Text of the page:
"Ferns can be hard to grow indoors," Carter cautions. "I love them, but getting the water and humidity right for them can take a strong thumb." He recommends using a humidifier to moisten the air, or spritzing them with water regularly.

5. Climbing Plants

You've got hanging plants with branches trailing down. This year, go to the next level with vining plants that climb up an indoor wall, staircase, or bookshelf. "I have a lot of climbing plants," says Carter, who wrote a book called Wild At Home: How to Style and Care for Beautiful Plants ($17, Amazon) to expound on his design philosophy that you should make the interior of your house look like nature has crept in and reclaimed the space.

"I've got a hoya that sat next to a window in my kitchen for two months; and somehow one of the vines basically grew horizontal, found its way to a pendant lamp, and started wrapping itself around the light," Carter says. "I just love how it did that. I like that they find their way up and find a place to attach. It feels so natural and calming."

Osofsky is a fan of Rhaphidophora tetrasperma, a vining plant that looks a lot like a mini Monstera at first glance; and Rhaphidophora decursiva, a giant climbing plant with leaves that can get as big as 40 inches long and 20 inches wide. Climbing philodendrons are good choices for training up a wall, as are hoyas, Carter says. Osofsky's a hoya fan, too, and recommends letting Hoya obovata and Hoya australis climb along a wall or onto a shelf.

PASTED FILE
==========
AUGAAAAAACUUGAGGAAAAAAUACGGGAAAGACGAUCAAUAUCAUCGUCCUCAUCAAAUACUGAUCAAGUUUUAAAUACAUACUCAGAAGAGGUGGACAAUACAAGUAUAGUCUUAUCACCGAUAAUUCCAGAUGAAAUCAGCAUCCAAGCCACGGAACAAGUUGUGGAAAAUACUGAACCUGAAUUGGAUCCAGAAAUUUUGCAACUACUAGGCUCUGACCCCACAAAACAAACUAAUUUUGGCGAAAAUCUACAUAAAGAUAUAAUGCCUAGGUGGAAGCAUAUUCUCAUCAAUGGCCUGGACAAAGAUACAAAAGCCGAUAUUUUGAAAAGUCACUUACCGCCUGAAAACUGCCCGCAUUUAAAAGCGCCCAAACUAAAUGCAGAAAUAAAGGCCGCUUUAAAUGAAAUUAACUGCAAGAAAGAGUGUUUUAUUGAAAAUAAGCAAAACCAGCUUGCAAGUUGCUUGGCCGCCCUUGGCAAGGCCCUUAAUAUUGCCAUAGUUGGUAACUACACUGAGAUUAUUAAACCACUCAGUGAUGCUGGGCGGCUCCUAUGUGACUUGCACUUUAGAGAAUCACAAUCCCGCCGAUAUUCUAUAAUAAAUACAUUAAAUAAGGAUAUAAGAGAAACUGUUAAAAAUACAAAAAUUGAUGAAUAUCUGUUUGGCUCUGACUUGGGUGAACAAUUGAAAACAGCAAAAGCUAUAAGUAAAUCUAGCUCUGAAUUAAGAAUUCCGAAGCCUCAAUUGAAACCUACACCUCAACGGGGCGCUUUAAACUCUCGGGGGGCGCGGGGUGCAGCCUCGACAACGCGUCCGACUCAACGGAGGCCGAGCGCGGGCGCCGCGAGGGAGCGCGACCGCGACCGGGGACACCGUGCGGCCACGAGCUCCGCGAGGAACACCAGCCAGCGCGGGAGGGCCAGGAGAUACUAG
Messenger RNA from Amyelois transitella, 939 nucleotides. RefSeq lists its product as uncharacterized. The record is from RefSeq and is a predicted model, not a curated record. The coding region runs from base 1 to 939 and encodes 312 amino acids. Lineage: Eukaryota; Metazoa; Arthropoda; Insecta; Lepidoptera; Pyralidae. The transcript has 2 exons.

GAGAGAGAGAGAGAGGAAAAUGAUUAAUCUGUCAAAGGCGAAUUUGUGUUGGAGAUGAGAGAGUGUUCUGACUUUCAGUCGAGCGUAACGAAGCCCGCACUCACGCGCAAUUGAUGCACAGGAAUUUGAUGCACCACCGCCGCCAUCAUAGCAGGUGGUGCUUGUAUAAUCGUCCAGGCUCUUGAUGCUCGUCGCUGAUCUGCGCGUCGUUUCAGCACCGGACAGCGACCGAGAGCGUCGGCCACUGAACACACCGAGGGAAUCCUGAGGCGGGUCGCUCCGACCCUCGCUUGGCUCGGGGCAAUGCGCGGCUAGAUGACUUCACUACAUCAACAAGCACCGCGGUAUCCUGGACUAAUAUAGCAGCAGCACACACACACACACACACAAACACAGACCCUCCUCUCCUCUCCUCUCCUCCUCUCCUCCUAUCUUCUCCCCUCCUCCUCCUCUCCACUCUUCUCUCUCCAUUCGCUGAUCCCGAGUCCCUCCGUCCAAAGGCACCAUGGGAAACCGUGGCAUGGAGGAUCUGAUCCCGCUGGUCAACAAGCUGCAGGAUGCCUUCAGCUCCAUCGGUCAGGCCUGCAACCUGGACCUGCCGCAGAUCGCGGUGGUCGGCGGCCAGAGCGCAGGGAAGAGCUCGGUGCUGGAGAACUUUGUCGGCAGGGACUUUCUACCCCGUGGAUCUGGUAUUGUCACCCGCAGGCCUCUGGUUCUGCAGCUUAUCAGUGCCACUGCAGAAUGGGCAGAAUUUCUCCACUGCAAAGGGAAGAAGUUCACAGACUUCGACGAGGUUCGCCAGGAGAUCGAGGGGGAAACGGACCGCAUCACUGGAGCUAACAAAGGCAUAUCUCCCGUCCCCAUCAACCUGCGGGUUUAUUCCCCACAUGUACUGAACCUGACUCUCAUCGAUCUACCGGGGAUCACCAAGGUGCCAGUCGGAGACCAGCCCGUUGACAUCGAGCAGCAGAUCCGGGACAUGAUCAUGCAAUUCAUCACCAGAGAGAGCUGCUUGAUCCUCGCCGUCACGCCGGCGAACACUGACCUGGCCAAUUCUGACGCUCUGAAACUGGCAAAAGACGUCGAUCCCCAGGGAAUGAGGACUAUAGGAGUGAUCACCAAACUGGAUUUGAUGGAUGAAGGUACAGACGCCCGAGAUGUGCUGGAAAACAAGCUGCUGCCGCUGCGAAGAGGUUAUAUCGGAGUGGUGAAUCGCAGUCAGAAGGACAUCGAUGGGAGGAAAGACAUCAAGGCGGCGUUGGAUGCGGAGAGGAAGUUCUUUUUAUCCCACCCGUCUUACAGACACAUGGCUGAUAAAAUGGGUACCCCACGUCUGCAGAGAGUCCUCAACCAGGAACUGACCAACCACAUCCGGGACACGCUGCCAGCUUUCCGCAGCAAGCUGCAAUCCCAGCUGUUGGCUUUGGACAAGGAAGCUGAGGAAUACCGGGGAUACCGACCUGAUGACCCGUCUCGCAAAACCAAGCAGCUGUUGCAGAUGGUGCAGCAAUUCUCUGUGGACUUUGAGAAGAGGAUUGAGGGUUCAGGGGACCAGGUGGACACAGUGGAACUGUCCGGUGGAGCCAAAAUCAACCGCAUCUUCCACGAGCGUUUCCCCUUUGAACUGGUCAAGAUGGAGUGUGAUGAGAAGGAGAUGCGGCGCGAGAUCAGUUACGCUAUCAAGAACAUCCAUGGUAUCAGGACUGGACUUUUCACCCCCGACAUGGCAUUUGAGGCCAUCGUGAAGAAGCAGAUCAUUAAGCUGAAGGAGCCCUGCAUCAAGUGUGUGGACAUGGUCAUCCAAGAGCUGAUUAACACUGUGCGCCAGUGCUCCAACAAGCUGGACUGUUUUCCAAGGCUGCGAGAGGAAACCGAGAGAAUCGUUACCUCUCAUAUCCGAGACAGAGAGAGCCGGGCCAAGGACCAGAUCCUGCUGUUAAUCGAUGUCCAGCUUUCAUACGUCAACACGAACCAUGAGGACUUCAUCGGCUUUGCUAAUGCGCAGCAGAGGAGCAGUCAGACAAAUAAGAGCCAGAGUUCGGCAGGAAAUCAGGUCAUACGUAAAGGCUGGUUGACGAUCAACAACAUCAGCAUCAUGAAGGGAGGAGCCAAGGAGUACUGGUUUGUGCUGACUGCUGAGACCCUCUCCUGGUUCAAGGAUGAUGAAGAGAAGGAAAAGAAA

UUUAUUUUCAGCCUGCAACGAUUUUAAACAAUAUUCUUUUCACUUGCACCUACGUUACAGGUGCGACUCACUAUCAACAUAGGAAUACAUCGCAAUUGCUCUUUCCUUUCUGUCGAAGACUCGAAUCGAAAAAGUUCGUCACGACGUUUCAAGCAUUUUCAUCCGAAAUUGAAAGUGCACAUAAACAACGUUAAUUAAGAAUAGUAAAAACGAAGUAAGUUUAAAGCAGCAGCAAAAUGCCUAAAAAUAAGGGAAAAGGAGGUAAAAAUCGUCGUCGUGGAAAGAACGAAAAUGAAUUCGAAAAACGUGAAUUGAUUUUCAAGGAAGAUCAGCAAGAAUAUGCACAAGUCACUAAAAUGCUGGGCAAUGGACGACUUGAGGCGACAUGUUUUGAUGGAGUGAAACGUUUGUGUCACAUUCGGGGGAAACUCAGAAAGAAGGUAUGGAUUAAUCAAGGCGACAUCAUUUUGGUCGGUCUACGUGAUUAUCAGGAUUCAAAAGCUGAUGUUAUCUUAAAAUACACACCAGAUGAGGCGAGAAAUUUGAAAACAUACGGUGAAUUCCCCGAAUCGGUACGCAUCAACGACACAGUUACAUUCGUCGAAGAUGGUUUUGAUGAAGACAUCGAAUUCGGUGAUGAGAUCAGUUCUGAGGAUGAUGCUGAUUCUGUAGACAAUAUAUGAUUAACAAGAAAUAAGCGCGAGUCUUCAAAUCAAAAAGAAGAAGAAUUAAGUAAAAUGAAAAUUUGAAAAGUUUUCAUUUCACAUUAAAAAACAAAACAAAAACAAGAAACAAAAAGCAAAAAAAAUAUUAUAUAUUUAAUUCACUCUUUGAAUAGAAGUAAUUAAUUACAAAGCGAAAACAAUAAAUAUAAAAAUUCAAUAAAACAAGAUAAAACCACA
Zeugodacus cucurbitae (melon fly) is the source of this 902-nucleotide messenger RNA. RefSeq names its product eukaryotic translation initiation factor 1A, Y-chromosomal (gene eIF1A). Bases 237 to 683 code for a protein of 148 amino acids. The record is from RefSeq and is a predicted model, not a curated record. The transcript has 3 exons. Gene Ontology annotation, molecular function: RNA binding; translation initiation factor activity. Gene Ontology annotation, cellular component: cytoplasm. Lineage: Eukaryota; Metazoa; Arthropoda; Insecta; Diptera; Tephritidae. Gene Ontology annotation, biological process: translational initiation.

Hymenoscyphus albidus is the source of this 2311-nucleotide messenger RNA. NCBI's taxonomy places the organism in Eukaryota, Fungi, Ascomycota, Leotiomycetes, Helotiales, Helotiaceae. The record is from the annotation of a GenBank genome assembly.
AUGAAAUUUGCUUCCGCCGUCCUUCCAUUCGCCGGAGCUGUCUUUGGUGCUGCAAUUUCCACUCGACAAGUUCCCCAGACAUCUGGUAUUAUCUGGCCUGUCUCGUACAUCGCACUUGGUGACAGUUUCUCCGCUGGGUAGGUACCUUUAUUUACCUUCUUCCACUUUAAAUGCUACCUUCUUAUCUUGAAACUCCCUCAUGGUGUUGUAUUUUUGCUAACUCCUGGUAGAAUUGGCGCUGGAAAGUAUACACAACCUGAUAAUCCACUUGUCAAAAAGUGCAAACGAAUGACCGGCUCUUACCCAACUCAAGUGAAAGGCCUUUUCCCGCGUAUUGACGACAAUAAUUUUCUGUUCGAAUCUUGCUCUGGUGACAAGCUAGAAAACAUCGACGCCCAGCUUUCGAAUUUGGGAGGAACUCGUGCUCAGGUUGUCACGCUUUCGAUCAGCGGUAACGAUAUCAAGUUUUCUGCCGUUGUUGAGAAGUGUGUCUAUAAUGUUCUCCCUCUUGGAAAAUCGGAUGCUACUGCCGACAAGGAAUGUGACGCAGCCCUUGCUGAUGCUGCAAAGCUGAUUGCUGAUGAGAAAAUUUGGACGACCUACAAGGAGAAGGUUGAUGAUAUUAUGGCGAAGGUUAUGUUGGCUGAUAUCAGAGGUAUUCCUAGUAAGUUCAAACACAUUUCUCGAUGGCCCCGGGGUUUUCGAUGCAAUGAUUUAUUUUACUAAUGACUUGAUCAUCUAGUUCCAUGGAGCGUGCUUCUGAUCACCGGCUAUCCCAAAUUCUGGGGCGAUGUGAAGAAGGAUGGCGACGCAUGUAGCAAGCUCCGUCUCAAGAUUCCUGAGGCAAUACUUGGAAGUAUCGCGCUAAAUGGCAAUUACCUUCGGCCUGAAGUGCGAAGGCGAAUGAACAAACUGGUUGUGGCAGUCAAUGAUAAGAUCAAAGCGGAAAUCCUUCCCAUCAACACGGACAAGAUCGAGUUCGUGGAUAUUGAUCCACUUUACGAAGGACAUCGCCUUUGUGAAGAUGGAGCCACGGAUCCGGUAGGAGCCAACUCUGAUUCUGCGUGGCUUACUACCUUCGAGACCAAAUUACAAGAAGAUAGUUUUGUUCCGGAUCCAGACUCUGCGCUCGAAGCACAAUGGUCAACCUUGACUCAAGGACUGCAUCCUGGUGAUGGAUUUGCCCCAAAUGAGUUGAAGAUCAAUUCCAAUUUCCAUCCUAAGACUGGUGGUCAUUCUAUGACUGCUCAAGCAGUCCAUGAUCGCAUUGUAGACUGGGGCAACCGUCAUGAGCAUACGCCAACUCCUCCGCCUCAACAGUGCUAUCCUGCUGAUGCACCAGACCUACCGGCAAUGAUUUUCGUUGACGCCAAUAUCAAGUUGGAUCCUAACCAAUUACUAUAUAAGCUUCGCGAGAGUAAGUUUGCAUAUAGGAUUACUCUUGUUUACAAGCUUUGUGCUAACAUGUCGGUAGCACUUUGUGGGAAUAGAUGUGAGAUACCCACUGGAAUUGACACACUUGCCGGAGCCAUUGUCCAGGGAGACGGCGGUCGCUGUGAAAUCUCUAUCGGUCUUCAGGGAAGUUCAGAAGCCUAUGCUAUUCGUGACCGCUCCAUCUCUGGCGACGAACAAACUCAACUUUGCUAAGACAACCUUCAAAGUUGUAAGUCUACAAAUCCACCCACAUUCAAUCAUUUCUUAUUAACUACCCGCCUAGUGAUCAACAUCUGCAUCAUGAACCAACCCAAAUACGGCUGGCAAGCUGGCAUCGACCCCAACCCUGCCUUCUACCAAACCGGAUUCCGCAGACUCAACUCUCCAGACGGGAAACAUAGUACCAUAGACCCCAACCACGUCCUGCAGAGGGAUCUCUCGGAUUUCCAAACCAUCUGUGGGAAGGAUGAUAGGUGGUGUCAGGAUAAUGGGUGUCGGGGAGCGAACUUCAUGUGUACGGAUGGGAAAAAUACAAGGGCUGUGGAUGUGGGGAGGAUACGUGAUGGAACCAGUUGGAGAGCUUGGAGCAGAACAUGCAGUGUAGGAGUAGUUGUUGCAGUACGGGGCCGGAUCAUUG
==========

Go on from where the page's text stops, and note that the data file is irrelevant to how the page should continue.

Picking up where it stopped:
6. Ficuses That Are Not Fiddle-Leaf Figs

We may always love our temperamental fiddle-leaf figs, but they've become something of a houseplant cliché. It's well past time to branch out and try some other plants in the ficus family. "People are looking for ficus plants that aren't as tough to grow as fiddle leafs," Greene says.

Ficus Audrey, cousin to the fiddle-leaf fig, is a good alternative, say Carter and Greene. It's a tree-like houseplant that can grow up to 50 feet tall indoors. Don't have room for a plant that can grow four stories tall? Get a smaller Ficus Audrey and keep it trimmed; or go with the smaller Ficus triangularis, also called a sweetheart tree, which maxes out at 8 feet. And trend intersection alert: Ficus triangularis has variegated leaves, so you can bring a little more color to your indoor greenscape while breaking out of the fiddle-leaf rut.

7. Monsteras, Still

Just so you know, Monstera deliciosa (whose leaf is essentially the avatar for a tropical houseplant), isn't going anywhere. "Monstera is still popular. I don't see that changing anytime soon," Carter says. "It reminds us of tropical environments where we've felt happy and carefree. Monstera reminds me of my honeymoon." And who doesn't need a dose of good energy from their houseplants this year?